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Seven riveting words for befuddling blunders
parapraxis
[par-uh-prak-sis]
"Would you like some butter on your bed?" Take the margarine off the quilt! You've simply stumbled across a parapraxis. From the Latin para meaning "beside" and praxis, Greek for "a doing," a parapraxis is an instance in which you say one thing and mean your mother. . . another. The term is most commonly known as a Freudian slip and was deeply instrumental in the work of psychoanalyst Sigmund Freud in determining his patients hidden intentions and desires.
spoonerism
[spoo-nuh-riz-uhm]
"And in the final round, the boxer knocked out his opponent with a blushing crow!" Don't worry. They don't let birds in the ring. You've just been dealt the crushing blow of a spoonerism. Named after W.A. Spooner, an English clergyman in the late 1800s famed for slips of the tongue, a spoonerism is the transposition of consonants or phonemes within a phrase. So whether you're hushing your brat or brushing your hat, you have the dear Reverend Spooner to thank.
solecism
[sol-uh-siz-uhm, soh-luh-]
"I'll never change, I is what I is!" Whether this grammar makes you cringe or feels like an act of rebellion, you've just witnessed a solecism. From the Greek soloikos for speaking incorrectly, solecism refers to the ancient Greek city of Soloi, an Athenian colony infamous for its corrupted form of the Greek language. Today solecism refers to any nonstandard grammatical usage from the accidental to the absurd. Flip to the next slide for a taste of just how absurd a solecism can be.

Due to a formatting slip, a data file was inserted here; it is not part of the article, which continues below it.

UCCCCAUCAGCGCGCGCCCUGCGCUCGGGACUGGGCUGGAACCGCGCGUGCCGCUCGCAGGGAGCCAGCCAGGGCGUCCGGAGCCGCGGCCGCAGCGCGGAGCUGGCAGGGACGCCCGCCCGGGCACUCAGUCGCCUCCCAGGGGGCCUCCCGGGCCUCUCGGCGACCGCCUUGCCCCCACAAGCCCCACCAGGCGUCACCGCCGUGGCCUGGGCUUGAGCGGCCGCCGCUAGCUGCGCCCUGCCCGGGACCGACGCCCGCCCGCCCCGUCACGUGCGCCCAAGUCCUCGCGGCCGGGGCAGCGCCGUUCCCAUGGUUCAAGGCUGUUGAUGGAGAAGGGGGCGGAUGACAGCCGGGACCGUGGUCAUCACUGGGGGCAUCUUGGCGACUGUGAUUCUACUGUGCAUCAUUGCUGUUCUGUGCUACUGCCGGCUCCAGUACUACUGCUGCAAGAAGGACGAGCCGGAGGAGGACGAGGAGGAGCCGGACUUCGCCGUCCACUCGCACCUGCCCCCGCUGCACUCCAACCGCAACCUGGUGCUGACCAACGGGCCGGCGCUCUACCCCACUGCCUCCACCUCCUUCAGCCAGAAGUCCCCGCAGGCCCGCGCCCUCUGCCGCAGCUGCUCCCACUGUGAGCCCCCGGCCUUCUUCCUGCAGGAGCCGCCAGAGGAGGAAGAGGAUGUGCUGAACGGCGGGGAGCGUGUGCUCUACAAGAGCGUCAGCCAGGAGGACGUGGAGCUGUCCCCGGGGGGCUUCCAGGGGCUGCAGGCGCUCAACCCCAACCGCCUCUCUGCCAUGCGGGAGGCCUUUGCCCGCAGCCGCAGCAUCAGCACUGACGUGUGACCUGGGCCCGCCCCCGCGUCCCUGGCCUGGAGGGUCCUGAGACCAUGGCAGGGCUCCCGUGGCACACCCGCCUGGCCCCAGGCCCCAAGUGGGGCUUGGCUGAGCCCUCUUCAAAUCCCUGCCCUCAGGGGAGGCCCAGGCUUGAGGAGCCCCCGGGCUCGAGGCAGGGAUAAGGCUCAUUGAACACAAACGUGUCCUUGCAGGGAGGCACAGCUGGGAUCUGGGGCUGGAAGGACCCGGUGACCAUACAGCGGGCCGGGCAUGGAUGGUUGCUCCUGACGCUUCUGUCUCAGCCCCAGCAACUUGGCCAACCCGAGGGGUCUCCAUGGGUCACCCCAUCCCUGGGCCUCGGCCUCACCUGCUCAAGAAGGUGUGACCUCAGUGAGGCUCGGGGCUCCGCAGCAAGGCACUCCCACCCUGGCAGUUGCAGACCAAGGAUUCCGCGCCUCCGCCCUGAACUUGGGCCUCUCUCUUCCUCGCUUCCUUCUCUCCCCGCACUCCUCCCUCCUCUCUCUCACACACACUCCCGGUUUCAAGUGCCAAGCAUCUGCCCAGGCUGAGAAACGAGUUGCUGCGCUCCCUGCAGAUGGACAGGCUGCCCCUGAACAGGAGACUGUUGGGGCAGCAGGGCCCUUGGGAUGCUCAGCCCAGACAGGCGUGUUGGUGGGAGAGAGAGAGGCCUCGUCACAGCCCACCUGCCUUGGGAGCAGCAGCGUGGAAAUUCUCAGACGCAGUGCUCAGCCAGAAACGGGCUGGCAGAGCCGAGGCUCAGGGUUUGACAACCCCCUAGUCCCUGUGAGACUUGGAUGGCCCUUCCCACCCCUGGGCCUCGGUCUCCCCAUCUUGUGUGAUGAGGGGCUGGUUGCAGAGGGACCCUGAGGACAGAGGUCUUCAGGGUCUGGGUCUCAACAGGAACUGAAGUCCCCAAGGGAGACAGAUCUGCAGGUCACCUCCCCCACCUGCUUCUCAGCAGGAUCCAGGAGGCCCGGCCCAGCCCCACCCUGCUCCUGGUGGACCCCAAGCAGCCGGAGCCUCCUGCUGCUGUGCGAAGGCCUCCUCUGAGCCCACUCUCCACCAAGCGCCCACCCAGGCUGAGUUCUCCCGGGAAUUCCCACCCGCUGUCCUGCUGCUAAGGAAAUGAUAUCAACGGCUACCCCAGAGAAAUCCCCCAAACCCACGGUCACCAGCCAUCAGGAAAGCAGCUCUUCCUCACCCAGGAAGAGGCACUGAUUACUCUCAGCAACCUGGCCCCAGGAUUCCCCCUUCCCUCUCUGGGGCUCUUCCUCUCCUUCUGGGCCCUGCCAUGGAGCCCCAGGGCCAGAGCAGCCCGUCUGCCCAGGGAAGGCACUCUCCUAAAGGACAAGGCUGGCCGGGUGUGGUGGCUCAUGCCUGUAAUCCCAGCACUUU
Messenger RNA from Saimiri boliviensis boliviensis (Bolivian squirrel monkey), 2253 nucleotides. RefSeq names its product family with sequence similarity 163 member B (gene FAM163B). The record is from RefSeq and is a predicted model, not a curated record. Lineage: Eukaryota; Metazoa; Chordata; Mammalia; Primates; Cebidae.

malapropism
[mal-uh-prop-iz-uhm]
"This is unparalyzed in the state's history," said former Texas Speaker of the House Gib Lewis. Though Speaker Lewis meant to say "unparalleled in the state's history," he unknowingly created a fantastic malapropism. Coined by Mrs. Malaprop, a character in Richard Brinsley Sheridan's 1775 play The Rivals, a malapropism is the unintentional misuse of a word by confusing it with a word of a similar sound. In Sheridan's play Mrs. Malaprop is always "the pine-apple of politeness" (pinnacle) and never "a negative affluence" (influence).
mumpsimus
[muhmp-suh-muhs]
"Grandma thinks every man with a mustache is hiding something!" Fear not gentle reader. Your grandmother's aversion to facial hair is nothing more than a mumpsimus. The Renaissance philosopher Desiderius Erasmus coined this sumptuous word for the determined use of a mistaken expression or practice in a story. Erasmus describes a monk who stubbornly persisted in saying mumpsimus rather than the correct "sumpsimus" while reciting the Latin liturgy. Are you holding onto a mumpsimus of your own? You might be committing our next slide.
faux-pas
[foh pah]
Do your e's sometimes wander mistakenly in front of your i's? Have you been berated for wearing black shoes with a brown belt? If you've ever been guilty of a physical and orthographic "party foul," you've committed a faux pas. Literally translated from the French meaning "a false step," a faux pas can be any embarrassing social blunder on the page or off. So now that you've been introduced to all our blunders, flip to the next slide to find the word that describes them all.
cacology
[ka-kol-uh-jee, kuh-]
From the Greek roots caco- meaning "bad" and -logy, "a speaking, discourse, doctrine or theory," a cacology is any speech that is defectively pronounced or diction that is socially unacceptable. So let go of your mumpsimus. Forgive your significant other for their parapraxis. Write a thank you card to Mrs. Malaprop, and most importantly, cut yourself a little slack. We all commit faux pas from time to time.

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